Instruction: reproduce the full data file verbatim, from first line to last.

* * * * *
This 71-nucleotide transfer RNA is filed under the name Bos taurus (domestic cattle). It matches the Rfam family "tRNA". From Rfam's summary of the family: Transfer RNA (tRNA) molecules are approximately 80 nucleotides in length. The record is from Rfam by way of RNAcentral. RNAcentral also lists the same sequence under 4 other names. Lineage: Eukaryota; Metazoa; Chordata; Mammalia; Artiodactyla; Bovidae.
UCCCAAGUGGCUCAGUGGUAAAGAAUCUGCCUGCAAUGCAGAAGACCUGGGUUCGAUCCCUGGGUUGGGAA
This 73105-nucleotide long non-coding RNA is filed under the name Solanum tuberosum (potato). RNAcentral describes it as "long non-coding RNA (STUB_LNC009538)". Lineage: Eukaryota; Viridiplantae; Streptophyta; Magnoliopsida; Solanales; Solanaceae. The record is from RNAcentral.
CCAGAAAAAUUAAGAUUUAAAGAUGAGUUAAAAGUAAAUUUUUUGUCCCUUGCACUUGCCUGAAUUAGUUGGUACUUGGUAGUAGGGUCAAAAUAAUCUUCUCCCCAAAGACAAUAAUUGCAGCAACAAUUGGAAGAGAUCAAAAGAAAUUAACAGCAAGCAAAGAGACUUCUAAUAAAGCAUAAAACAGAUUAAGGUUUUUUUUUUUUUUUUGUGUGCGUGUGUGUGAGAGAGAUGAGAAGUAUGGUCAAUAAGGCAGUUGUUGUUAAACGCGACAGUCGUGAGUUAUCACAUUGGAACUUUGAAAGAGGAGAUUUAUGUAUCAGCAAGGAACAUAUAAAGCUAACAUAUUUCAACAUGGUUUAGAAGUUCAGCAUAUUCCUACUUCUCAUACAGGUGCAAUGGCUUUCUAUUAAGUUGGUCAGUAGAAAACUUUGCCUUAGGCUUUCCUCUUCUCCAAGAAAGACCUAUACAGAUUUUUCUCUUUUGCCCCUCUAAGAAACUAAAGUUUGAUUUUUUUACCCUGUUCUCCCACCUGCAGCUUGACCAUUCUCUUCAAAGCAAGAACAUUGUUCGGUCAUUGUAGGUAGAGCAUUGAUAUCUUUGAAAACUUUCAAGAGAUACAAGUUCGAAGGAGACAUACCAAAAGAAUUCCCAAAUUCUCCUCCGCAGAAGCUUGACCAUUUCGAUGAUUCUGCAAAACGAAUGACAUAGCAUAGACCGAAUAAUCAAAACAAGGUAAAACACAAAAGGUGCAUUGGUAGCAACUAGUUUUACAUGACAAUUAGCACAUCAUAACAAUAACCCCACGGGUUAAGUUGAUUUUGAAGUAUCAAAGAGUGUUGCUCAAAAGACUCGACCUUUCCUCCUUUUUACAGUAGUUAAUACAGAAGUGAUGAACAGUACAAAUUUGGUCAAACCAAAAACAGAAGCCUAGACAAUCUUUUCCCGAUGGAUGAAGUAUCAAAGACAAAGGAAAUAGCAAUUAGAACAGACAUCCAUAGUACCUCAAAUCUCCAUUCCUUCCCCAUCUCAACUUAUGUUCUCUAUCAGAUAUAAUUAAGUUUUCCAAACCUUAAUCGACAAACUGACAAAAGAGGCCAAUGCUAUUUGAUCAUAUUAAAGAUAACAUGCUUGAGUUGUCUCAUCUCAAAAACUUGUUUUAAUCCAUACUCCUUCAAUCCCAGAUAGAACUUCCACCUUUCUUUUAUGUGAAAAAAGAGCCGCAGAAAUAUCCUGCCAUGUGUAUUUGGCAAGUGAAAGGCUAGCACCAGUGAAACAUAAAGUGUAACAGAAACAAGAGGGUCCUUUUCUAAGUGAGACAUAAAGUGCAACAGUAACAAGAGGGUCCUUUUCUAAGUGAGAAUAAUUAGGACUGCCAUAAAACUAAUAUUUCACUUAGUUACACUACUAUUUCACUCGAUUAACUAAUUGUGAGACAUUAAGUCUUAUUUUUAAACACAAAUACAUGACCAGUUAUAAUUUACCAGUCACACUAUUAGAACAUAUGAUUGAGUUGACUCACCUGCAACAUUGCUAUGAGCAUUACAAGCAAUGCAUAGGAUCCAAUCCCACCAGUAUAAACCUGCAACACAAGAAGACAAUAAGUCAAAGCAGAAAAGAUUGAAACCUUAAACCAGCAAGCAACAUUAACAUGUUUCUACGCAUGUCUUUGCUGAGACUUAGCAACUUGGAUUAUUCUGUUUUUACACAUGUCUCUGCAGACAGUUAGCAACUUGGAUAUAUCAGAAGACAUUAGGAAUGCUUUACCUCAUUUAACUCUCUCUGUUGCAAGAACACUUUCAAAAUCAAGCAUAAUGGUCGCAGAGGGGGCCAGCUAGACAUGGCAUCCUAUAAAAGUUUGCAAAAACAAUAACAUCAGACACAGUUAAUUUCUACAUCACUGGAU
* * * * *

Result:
This 71-nucleotide transfer RNA is filed under the name Bos taurus (domestic cattle). It matches the Rfam family "tRNA". From Rfam's summary of the family: Transfer RNA (tRNA) molecules are approximately 80 nucleotides in length. The record is from Rfam by way of RNAcentral. RNAcentral also lists the same sequence under 4 other names. Lineage: Eukaryota; Metazoa; Chordata; Mammalia; Artiodactyla; Bovidae.
UCCCAAGUGGCUCAGUGGUAAAGAAUCUGCCUGCAAUGCAGAAGACCUGGGUUCGAUCCCUGGGUUGGGAA
This 73105-nucleotide long non-coding RNA is filed under the name Solanum tuberosum (potato). RNAcentral describes it as "long non-coding RNA (STUB_LNC009538)". Lineage: Eukaryota; Viridiplantae; Streptophyta; Magnoliopsida; Solanales; Solanaceae. The record is from RNAcentral.
CCAGAAAAAUUAAGAUUUAAAGAUGAGUUAAAAGUAAAUUUUUUGUCCCUUGCACUUGCCUGAAUUAGUUGGUACUUGGUAGUAGGGUCAAAAUAAUCUUCUCCCCAAAGACAAUAAUUGCAGCAACAAUUGGAAGAGAUCAAAAGAAAUUAACAGCAAGCAAAGAGACUUCUAAUAAAGCAUAAAACAGAUUAAGGUUUUUUUUUUUUUUUUGUGUGCGUGUGUGUGAGAGAGAUGAGAAGUAUGGUCAAUAAGGCAGUUGUUGUUAAACGCGACAGUCGUGAGUUAUCACAUUGGAACUUUGAAAGAGGAGAUUUAUGUAUCAGCAAGGAACAUAUAAAGCUAACAUAUUUCAACAUGGUUUAGAAGUUCAGCAUAUUCCUACUUCUCAUACAGGUGCAAUGGCUUUCUAUUAAGUUGGUCAGUAGAAAACUUUGCCUUAGGCUUUCCUCUUCUCCAAGAAAGACCUAUACAGAUUUUUCUCUUUUGCCCCUCUAAGAAACUAAAGUUUGAUUUUUUUACCCUGUUCUCCCACCUGCAGCUUGACCAUUCUCUUCAAAGCAAGAACAUUGUUCGGUCAUUGUAGGUAGAGCAUUGAUAUCUUUGAAAACUUUCAAGAGAUACAAGUUCGAAGGAGACAUACCAAAAGAAUUCCCAAAUUCUCCUCCGCAGAAGCUUGACCAUUUCGAUGAUUCUGCAAAACGAAUGACAUAGCAUAGACCGAAUAAUCAAAACAAGGUAAAACACAAAAGGUGCAUUGGUAGCAACUAGUUUUACAUGACAAUUAGCACAUCAUAACAAUAACCCCACGGGUUAAGUUGAUUUUGAAGUAUCAAAGAGUGUUGCUCAAAAGACUCGACCUUUCCUCCUUUUUACAGUAGUUAAUACAGAAGUGAUGAACAGUACAAAUUUGGUCAAACCAAAAACAGAAGCCUAGACAAUCUUUUCCCGAUGGAUGAAGUAUCAAAGACAAAGGAAAUAGCAAUUAGAACAGACAUCCAUAGUACCUCAAAUCUCCAUUCCUUCCCCAUCUCAACUUAUGUUCUCUAUCAGAUAUAAUUAAGUUUUCCAAACCUUAAUCGACAAACUGACAAAAGAGGCCAAUGCUAUUUGAUCAUAUUAAAGAUAACAUGCUUGAGUUGUCUCAUCUCAAAAACUUGUUUUAAUCCAUACUCCUUCAAUCCCAGAUAGAACUUCCACCUUUCUUUUAUGUGAAAAAAGAGCCGCAGAAAUAUCCUGCCAUGUGUAUUUGGCAAGUGAAAGGCUAGCACCAGUGAAACAUAAAGUGUAACAGAAACAAGAGGGUCCUUUUCUAAGUGAGACAUAAAGUGCAACAGUAACAAGAGGGUCCUUUUCUAAGUGAGAAUAAUUAGGACUGCCAUAAAACUAAUAUUUCACUUAGUUACACUACUAUUUCACUCGAUUAACUAAUUGUGAGACAUUAAGUCUUAUUUUUAAACACAAAUACAUGACCAGUUAUAAUUUACCAGUCACACUAUUAGAACAUAUGAUUGAGUUGACUCACCUGCAACAUUGCUAUGAGCAUUACAAGCAAUGCAUAGGAUCCAAUCCCACCAGUAUAAACCUGCAACACAAGAAGACAAUAAGUCAAAGCAGAAAAGAUUGAAACCUUAAACCAGCAAGCAACAUUAACAUGUUUCUACGCAUGUCUUUGCUGAGACUUAGCAACUUGGAUUAUUCUGUUUUUACACAUGUCUCUGCAGACAGUUAGCAACUUGGAUAUAUCAGAAGACAUUAGGAAUGCUUUACCUCAUUUAACUCUCUCUGUUGCAAGAACACUUUCAAAAUCAAGCAUAAUGGUCGCAGAGGGGGCCAGCUAGACAUGGCAUCCUAUAAAAGUUUGCAAAAACAAUAACAUCAGACACAGUUAAUUUCUACAUCACUGGAU